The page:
Likewise, we evaluated the intron positions relative to each other using the same PhyloP conservation scores to annotate intron sequences. The results in Additional file 3: Figure S5 show a similar pattern of decreasing importance with increasing intron position as observed when the introns are annotated with pCADD scores. Major differences between the analysis using pCADD and conservation scores is that the total number of introns, which can be annotated with conservation scores is smaller, resulting in 81,743 fewer tests compared with pCADD. Furthermore, the ratio between the total number of tests and the number of tests with an adjusted significant p-value is smaller when conservation scores are used, which indicates that conservation scores are less discriminative between different intron positions.

We annotated tissue-specific and housekeeping genes with PhyloP conservation scores to investigate whether the differentiation between both sets of genic regions followed the same pattern. Twelve tissue-specific gene sets displayed significantly lower pCADD scores than housekeeping genes, whereas only four tissues had a significantly lower conservation score. The larger total differences in ROC-AUC scores obtained by using PhyloP scores compared to pCADD scores indicate that the variations between tissue gene sets are larger when using PhyloP.

The worse performance of PhyloP scores to distinguish between pre-miRNA and surrounding regions is supported by the lower ratio of significant tests in the intron analysis, which indicates that PhyloP scores have less specificity for functional elements than pCADD scores.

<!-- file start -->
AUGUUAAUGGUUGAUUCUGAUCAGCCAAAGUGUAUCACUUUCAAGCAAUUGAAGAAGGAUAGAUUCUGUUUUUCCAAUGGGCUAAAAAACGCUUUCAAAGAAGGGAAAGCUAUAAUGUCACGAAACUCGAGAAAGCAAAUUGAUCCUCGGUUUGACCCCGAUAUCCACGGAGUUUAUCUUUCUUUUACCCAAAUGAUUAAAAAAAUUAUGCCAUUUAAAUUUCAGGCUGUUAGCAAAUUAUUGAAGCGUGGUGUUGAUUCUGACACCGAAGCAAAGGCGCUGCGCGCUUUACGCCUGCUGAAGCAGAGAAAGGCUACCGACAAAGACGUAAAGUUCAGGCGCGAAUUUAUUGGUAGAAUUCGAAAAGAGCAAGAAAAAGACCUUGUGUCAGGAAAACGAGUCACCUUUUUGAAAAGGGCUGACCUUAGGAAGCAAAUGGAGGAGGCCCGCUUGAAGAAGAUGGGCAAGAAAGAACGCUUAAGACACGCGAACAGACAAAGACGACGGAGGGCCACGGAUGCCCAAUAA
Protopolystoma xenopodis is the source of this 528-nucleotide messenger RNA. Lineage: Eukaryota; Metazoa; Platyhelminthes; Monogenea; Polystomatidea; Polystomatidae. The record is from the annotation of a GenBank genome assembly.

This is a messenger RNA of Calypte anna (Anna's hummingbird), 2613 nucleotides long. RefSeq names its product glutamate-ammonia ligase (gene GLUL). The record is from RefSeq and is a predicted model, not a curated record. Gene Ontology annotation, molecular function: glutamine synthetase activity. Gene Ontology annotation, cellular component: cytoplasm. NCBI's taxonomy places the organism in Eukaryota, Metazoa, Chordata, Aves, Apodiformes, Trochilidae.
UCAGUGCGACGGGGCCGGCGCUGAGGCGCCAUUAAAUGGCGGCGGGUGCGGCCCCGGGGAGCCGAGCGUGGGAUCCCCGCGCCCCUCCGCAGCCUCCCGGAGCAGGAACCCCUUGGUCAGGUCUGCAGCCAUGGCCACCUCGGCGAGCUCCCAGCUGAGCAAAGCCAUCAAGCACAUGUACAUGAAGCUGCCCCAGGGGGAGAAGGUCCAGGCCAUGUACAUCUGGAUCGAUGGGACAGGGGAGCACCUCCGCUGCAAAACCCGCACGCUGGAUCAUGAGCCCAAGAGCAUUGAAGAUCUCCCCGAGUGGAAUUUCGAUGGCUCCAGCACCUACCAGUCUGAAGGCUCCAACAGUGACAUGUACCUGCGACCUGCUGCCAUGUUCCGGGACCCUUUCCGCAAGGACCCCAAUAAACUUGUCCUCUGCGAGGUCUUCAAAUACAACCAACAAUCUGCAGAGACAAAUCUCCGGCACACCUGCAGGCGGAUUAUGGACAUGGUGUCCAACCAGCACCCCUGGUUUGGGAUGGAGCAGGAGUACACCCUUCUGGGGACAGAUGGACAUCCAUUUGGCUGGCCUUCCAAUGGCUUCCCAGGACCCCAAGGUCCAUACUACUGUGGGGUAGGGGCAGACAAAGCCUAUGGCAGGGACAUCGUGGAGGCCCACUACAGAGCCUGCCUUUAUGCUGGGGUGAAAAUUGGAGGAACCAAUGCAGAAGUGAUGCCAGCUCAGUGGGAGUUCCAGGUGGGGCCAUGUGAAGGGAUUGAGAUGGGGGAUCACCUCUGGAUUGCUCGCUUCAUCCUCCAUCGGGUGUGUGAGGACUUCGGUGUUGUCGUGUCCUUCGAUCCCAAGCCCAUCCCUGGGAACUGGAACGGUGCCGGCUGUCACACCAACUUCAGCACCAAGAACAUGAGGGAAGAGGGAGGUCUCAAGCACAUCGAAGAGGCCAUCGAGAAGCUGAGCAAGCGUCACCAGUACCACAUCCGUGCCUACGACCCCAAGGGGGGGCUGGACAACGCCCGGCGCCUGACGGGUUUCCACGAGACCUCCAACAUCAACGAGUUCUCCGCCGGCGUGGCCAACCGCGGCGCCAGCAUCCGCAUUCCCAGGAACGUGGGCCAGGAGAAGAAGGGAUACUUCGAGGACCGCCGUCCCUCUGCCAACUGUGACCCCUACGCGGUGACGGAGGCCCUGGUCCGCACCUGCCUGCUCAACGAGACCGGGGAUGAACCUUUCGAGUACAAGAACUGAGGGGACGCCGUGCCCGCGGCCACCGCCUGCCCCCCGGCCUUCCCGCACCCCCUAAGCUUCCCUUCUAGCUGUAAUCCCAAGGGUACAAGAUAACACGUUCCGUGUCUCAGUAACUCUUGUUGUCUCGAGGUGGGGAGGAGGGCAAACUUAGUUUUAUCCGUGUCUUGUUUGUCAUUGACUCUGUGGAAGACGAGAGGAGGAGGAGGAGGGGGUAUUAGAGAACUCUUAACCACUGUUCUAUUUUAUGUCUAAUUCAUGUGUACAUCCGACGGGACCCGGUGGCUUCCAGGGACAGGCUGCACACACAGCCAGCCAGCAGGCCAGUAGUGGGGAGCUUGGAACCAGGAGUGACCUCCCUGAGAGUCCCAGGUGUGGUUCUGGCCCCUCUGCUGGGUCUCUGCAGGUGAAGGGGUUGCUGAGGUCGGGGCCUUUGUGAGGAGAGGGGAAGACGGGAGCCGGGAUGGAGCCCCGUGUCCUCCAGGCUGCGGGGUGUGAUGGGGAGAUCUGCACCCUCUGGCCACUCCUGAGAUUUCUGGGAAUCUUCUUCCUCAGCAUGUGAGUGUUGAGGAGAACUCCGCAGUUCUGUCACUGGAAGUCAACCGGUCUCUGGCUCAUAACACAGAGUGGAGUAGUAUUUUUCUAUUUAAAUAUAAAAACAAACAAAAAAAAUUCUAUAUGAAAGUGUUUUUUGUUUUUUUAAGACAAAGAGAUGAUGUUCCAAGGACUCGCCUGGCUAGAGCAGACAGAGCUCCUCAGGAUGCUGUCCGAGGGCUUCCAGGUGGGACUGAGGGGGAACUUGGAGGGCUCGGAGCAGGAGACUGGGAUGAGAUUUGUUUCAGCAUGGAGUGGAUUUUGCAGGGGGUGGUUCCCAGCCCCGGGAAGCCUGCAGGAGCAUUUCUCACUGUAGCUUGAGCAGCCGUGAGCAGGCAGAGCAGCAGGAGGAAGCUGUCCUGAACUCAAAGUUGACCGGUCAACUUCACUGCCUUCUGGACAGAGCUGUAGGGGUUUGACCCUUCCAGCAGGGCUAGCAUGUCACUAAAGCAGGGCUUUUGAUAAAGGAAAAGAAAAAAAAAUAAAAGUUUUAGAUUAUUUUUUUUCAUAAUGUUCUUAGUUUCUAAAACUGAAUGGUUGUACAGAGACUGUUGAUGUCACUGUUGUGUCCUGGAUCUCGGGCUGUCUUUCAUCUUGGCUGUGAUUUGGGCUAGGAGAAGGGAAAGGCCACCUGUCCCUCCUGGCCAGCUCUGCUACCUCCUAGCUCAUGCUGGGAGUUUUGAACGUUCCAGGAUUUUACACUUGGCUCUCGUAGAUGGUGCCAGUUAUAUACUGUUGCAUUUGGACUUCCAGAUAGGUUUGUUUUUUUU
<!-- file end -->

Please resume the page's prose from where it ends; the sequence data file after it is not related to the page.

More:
Predicted intergenic SNVs with high pCADD scores are often associated with lncRNA and may indicate missing annotations

To examine the utility of pCADD scores for the prioritization of SNVs, we investigated whether they can help in the identification of intergenic candidate SNVs that segregate between two closely related Large White pig breeding populations. We scored intergenic SNVs that were unique for either of these pig populations by multiplying their pCADD score with the allele frequency and selected the top 20 highest scored SNVs for each population. Since the pCADD model is based on the Ensembl pig annotations [50] (Ensembl gene annotation update e!90 Sscrofa11.1), we matched the selected 40 SNVs with NCBI’s pig gene build [51] to determine whether the model captures non-annotated genomic features. We found that 16 of the 40 SNVs are located within a (NCBI) coding region (one example shown in Fig. 5) and six SNVs overlap with a (NCBI) long non-coding RNA (Table 5).

Fig. 5

Visualization of the three potential nucleotide substitutions at each position in the genome, each with their own predicted pCADD score. To visualize pCADD scores in JBrowser, we created tracks for the maximum, median and minimum scores at each position. The fourth track displays the standard deviation among the three scores to identify more easily sites of variable deleteriousness. The yellow vertical bar is located at position 5:14463457, indicating the site of the top scoring SNV in Table 5. This SNV is considered intergenic according to the Ensembl gene build but located within a lncRNA according to the NCBI genebuild. a NCBI gene build track, showing the genomic region belonging to lncRNA LOC102160723. bd the maximum, median and minimum pCADD scores for each position in the displayed region. e The standard deviation of pCADD scores at each position

Table 5 Top 40 SNVs according to pCADD*Alt:Frq that are presumably intergenic according to the Ensembl Sus scrofa gene build, annotated with NCBI